Smart moves: Effects of relative brain size on establishment success of invasive amphibians and reptiles

Joshua J. Amiel, Reid Tingley, Richard Shine

Research output: Contribution to journalArticleResearchpeer-review

73 Citations (Scopus)

Abstract

Brain size relative to body size varies considerably among animals, but the ecological consequences of that variation remain poorly understood. Plausibly, larger brains confer increased behavioural flexibility, and an ability to respond to novel challenges. In keeping with that hypothesis, successful invasive species of birds and mammals that flourish after translocation to a new area tend to have larger brains than do unsuccessful invaders. We found the same pattern in ectothermic terrestrial vertebrates. Brain size relative to body size was larger in species of amphibians and reptiles reported to be successful invaders, compared to species that failed to thrive after translocation to new sites. This pattern was found in six of seven global biogeographic realms; the exception (where relatively larger brains did not facilitate invasion success) was Australasia. Establishment success was also higher in amphibian and reptile families with larger relative brain sizes. Future work could usefully explore whether invasion success is differentially associated with enlargement of specific parts of the brain (as predicted by the functional role of the forebrain in promoting behavioural flexibility), or with a general size increase (suggesting that invasion success is facilitated by enhanced perceptual and motor skills, as well as cognitive ability).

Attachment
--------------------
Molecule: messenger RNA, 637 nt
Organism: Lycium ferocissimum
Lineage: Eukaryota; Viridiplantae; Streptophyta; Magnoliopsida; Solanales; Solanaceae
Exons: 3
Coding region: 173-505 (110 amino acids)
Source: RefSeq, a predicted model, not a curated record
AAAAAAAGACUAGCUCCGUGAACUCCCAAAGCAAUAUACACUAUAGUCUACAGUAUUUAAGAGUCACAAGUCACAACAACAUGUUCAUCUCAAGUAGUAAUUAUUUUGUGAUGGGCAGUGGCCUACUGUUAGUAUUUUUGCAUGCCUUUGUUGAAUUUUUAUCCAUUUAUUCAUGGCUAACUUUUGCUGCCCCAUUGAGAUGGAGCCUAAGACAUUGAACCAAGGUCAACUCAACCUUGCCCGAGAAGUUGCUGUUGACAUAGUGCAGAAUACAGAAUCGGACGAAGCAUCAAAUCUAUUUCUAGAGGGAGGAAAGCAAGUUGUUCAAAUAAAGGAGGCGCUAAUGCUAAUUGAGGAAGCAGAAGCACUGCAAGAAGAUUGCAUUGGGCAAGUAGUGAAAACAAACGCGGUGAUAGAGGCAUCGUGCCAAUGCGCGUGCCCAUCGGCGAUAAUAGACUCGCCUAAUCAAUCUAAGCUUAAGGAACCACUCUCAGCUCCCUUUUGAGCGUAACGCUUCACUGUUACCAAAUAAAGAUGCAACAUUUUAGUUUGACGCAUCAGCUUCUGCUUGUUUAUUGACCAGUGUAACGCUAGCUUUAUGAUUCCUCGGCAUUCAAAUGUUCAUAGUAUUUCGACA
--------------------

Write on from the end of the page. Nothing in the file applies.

Original languageEnglish
Article numbere18277
JournalPLoS ONE
Volume6
Issue number4
DOIs
Publication statusPublished - 12 Apr 2011
Externally publishedYes

Cite this

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Smart moves : Effects of relative brain size on establishment success of invasive amphibians and reptiles. / Amiel, Joshua J.; Tingley, Reid; Shine, Richard.

In: PLoS ONE, Vol. 6, No. 4, e18277, 12.04.2011.

Research output: Contribution to journalArticleResearchpeer-review

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